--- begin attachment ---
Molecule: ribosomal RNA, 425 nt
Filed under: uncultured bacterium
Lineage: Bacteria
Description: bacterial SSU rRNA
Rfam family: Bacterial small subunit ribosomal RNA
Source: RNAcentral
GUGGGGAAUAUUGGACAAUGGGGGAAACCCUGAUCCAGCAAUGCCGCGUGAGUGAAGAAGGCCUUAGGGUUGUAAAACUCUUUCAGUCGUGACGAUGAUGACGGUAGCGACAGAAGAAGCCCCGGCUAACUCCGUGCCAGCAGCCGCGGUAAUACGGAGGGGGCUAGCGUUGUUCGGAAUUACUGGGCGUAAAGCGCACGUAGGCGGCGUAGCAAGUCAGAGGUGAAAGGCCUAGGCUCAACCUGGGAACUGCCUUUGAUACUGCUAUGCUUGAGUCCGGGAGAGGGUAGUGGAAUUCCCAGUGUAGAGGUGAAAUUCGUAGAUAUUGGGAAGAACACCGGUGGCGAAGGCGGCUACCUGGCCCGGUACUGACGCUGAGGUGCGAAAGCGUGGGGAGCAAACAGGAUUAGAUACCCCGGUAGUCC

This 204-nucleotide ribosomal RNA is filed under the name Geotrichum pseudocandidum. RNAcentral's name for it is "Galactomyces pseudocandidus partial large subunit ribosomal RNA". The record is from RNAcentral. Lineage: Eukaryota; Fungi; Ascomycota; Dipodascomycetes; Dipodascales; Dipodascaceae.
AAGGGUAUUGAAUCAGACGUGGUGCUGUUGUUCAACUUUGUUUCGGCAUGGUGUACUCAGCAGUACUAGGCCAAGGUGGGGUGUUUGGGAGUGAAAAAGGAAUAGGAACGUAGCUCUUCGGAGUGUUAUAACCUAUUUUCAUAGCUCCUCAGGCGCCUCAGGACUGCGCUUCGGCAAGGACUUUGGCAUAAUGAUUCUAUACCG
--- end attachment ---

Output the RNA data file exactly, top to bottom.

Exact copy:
Molecule: ribosomal RNA, 425 nt
Filed under: uncultured bacterium
Lineage: Bacteria
Description: bacterial SSU rRNA
Rfam family: Bacterial small subunit ribosomal RNA
Source: RNAcentral
GUGGGGAAUAUUGGACAAUGGGGGAAACCCUGAUCCAGCAAUGCCGCGUGAGUGAAGAAGGCCUUAGGGUUGUAAAACUCUUUCAGUCGUGACGAUGAUGACGGUAGCGACAGAAGAAGCCCCGGCUAACUCCGUGCCAGCAGCCGCGGUAAUACGGAGGGGGCUAGCGUUGUUCGGAAUUACUGGGCGUAAAGCGCACGUAGGCGGCGUAGCAAGUCAGAGGUGAAAGGCCUAGGCUCAACCUGGGAACUGCCUUUGAUACUGCUAUGCUUGAGUCCGGGAGAGGGUAGUGGAAUUCCCAGUGUAGAGGUGAAAUUCGUAGAUAUUGGGAAGAACACCGGUGGCGAAGGCGGCUACCUGGCCCGGUACUGACGCUGAGGUGCGAAAGCGUGGGGAGCAAACAGGAUUAGAUACCCCGGUAGUCC

This 204-nucleotide ribosomal RNA is filed under the name Geotrichum pseudocandidum. RNAcentral's name for it is "Galactomyces pseudocandidus partial large subunit ribosomal RNA". The record is from RNAcentral. Lineage: Eukaryota; Fungi; Ascomycota; Dipodascomycetes; Dipodascales; Dipodascaceae.
AAGGGUAUUGAAUCAGACGUGGUGCUGUUGUUCAACUUUGUUUCGGCAUGGUGUACUCAGCAGUACUAGGCCAAGGUGGGGUGUUUGGGAGUGAAAAAGGAAUAGGAACGUAGCUCUUCGGAGUGUUAUAACCUAUUUUCAUAGCUCCUCAGGCGCCUCAGGACUGCGCUUCGGCAAGGACUUUGGCAUAAUGAUUCUAUACCG